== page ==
Wednesday, June 30, 2010

Night's rebirth?

Going out to dinner, a club or a movie are things I take for granted, and I don't have to worry about a militarily-enforced curfew.

Baghdad is another story. Years of violence have meant people stay home at night, away from car bombings targeting restaurants and theaters. Clubs are few and far between, and the streets must be completely clear by the midnight curfew.

A recent lag in violence has coincided with a rise in evening social activities. Nightlife may be making a comeback in Iraq's weary capital.

I worked with Anthony Shadid on a story about a new, enormous, spectacularly-decorated restaurant called the Lebanese Club. If you'd enjoy reading Anthony's story about this Baghdad destination, click here. He really captured the flavor of nightlife in Baghdad.

The main dining room of the Lebanese Club. The manager, chef and much of the wait staff are actually from Lebanon.

Outdoor seating affords a view of the Tigris and a distant oil refinery.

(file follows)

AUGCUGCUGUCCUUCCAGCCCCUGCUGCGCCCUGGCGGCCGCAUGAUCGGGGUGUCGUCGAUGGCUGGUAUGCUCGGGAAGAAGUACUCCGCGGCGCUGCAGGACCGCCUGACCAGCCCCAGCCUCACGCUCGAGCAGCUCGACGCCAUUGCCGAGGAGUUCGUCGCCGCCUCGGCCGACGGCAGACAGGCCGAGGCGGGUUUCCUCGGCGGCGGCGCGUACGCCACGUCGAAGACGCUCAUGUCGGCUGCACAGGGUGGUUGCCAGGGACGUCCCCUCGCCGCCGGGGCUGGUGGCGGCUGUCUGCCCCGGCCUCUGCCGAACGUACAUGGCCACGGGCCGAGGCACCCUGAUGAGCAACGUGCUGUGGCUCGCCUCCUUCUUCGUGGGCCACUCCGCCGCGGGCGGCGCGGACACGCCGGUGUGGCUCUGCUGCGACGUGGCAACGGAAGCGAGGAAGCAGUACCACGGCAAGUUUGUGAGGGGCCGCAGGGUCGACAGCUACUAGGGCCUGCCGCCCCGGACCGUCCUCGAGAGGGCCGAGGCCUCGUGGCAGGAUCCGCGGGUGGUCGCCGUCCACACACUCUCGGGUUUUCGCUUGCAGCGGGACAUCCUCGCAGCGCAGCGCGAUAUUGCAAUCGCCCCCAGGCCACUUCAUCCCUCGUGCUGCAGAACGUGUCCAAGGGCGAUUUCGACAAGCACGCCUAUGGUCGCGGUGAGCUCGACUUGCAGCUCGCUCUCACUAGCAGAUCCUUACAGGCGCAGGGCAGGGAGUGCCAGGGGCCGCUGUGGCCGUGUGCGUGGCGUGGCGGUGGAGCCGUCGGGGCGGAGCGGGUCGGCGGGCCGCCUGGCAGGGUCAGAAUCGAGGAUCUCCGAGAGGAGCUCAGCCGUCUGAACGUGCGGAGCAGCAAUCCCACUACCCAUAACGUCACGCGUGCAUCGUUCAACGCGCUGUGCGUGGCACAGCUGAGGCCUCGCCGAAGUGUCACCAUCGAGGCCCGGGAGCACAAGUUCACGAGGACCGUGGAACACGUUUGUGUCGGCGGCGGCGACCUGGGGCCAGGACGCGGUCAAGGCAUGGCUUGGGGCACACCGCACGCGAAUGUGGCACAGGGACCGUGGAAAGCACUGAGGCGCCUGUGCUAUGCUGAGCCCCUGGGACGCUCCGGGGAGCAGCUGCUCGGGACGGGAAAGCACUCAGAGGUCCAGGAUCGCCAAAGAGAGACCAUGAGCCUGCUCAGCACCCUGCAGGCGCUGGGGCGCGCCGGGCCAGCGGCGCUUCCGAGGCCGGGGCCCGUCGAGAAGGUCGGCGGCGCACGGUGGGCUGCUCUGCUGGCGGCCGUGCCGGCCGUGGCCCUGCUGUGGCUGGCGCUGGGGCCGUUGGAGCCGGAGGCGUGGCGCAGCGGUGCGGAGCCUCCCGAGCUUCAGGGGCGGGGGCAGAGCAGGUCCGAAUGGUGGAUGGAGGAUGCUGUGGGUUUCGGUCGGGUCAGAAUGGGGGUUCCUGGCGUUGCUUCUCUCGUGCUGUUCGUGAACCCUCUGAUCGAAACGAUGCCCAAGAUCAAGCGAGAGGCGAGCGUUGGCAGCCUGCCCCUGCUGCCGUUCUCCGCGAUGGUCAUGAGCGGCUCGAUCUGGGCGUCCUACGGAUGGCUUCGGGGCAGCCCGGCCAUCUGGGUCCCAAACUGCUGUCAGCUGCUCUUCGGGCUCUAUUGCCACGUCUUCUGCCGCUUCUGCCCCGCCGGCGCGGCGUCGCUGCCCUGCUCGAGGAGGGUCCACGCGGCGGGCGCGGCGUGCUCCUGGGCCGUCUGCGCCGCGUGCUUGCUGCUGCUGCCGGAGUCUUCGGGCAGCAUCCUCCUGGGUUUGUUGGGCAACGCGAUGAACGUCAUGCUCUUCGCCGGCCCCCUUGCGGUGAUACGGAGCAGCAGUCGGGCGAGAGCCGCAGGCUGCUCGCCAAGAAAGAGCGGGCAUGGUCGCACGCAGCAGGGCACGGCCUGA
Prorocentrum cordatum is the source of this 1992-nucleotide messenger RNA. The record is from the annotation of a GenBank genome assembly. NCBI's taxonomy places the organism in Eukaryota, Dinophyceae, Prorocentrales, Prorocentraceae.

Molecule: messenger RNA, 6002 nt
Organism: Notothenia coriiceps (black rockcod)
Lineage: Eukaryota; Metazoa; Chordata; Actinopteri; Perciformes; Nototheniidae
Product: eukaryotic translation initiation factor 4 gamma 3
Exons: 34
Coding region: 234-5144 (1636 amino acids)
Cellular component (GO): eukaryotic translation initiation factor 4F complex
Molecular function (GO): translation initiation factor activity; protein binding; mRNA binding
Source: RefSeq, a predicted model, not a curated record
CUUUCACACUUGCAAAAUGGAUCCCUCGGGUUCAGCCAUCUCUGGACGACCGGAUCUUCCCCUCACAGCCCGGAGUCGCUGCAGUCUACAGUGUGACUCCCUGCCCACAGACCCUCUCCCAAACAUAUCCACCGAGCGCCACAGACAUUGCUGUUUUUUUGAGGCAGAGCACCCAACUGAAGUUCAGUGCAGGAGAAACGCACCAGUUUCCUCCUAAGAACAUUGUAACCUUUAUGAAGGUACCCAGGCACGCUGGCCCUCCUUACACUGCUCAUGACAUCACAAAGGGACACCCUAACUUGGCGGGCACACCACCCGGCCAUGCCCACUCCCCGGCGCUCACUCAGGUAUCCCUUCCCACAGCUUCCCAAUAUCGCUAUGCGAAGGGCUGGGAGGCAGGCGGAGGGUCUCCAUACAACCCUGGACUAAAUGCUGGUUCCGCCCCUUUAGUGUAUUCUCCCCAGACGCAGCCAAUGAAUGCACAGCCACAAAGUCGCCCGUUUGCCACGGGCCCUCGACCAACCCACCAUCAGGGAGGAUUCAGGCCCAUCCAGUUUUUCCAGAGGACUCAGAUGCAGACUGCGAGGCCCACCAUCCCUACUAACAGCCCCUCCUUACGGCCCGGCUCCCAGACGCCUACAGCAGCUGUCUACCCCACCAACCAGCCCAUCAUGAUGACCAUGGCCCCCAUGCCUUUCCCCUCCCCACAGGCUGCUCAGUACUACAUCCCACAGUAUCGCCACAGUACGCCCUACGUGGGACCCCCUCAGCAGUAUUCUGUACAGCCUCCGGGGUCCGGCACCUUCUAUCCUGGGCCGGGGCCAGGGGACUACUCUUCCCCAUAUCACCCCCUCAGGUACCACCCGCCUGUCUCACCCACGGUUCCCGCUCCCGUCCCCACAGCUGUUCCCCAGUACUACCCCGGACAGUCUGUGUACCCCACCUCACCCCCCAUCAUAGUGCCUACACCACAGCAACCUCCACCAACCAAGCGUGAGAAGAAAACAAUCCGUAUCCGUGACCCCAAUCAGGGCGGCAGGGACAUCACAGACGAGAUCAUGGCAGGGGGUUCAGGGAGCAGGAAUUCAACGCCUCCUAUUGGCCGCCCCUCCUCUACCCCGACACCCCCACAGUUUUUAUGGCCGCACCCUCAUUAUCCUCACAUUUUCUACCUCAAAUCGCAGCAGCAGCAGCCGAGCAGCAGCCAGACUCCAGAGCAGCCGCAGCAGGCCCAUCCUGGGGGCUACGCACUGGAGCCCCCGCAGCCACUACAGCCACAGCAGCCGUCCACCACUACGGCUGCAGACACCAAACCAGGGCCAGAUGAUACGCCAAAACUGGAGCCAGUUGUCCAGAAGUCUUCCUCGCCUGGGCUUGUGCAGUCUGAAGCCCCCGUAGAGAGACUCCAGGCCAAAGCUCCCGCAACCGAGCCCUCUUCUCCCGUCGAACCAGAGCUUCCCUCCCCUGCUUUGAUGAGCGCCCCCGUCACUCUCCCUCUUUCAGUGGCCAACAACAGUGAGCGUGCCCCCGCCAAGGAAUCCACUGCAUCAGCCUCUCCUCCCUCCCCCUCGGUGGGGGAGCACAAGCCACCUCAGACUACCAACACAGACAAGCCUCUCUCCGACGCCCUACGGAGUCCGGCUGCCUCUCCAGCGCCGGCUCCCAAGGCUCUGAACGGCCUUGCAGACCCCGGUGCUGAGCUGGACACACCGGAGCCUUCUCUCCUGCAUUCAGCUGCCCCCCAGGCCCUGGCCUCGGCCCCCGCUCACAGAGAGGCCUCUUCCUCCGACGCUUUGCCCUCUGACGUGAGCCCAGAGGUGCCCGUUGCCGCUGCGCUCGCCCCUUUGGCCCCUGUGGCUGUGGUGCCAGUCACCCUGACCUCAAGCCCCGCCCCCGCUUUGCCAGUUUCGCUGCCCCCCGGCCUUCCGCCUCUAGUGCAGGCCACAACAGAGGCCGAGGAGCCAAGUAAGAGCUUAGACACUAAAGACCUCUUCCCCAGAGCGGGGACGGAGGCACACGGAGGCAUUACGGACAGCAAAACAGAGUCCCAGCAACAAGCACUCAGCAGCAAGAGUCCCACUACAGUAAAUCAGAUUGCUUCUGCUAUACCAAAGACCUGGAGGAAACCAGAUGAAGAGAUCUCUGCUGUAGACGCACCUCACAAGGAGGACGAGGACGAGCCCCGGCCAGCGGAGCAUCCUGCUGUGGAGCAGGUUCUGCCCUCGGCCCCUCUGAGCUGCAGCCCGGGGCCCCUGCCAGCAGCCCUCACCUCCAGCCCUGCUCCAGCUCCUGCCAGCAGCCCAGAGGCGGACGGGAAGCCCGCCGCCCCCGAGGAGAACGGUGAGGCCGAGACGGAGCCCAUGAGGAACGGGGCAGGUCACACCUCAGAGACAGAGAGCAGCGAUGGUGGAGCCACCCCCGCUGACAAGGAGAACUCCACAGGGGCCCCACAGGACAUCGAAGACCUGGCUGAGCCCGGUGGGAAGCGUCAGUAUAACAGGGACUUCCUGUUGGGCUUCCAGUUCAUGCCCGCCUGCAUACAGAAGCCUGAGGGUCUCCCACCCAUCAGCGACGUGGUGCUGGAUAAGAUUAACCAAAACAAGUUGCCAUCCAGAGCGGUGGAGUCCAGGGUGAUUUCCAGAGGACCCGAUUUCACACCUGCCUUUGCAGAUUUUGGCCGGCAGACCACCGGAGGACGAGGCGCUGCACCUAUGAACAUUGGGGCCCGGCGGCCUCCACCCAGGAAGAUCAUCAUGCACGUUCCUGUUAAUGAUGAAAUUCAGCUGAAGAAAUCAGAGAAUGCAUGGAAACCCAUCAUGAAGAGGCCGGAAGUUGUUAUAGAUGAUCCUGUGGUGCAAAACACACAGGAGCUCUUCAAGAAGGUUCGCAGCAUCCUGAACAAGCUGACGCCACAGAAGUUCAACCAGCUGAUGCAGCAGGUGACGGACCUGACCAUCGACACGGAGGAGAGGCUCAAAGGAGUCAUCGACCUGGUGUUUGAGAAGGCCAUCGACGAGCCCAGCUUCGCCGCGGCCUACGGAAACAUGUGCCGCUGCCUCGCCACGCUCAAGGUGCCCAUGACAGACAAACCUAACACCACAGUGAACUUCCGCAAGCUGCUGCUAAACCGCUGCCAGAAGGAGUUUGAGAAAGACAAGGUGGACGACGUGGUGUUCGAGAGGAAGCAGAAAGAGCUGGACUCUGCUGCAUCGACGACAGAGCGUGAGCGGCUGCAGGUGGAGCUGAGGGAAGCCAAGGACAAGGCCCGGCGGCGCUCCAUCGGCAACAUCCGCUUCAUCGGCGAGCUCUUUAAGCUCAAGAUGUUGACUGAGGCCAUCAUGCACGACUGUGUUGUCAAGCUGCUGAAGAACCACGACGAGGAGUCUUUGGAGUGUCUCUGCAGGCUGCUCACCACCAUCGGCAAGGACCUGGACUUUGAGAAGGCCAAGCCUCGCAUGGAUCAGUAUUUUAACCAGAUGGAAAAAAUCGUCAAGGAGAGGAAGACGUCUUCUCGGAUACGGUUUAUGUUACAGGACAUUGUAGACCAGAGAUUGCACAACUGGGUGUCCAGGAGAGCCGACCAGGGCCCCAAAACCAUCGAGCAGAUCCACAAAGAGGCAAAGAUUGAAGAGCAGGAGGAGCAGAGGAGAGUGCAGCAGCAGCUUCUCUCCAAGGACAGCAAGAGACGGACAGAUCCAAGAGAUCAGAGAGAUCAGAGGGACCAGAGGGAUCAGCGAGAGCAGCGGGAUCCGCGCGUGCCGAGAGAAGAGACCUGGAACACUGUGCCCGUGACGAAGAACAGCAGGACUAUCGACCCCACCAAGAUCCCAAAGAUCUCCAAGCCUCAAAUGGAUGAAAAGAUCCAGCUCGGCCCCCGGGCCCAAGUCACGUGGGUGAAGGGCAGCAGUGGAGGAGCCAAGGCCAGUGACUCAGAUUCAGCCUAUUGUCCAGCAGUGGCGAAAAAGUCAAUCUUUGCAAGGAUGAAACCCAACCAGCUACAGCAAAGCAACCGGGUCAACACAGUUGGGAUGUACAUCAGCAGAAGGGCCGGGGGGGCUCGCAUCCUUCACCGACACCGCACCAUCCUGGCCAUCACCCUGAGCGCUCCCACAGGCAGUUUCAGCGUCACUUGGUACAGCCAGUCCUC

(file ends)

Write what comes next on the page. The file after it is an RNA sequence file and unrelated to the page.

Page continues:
The main dining room. (The air conditioning bills for this place must be outrageous!)

A V.I.P. room, "ala Scarface," as Anthony put it. The best quote was from the Lebanese manager of the club, Antoine al-Hage: "Where there's war, there's lots of money."

The guard room outside the Lebanese Club. Because, V.I.P.'s of course have lots of bodyguards.

In comparison, one of Baghdad's more typical eating establishments--bright, colorful and full of glass.

This family restaurant also had a bit of a unique style, complete with live parakeets, mannequins and a saxophone-playing Santa .

Chile restaurant had a shisha cafe attached. Wish I could have smoked one there, but glassy restaurants are still pretty much off-limits to foreigners.

Some young guys smoking shisha in the cafe.

Anthony and I also attended the premiere of an Iraqi-made feature-length movie, the first to come out in a long time.

The movie was called "Son of Babylon," was directed by young Iraqi Mohamed Al-Diradji and was filmed entirely in Iraq. It screened at the Sundance Film Festival. The film was all in Kurdish with Arabic subtitles, so I couldn't understand much of the plot. Basically it's about a boy and his grandmother who go in search of the boy's father, sometime around the American invasion in 2003.

Another great story by Mr. Shadid can be found here.

The street where the theater was located was closed off to traffic and guarded by Iraqi National Army soldiers and tanks.

Everyone got the friendly pat-down at the door. It was a pleasure to see so many people at the film's red-carpet premiere. A very special evening for Iraqis.

No popcorn at this theater, just hamburgers. And tea.

Then the audience found their seats and waited for the movie to start...

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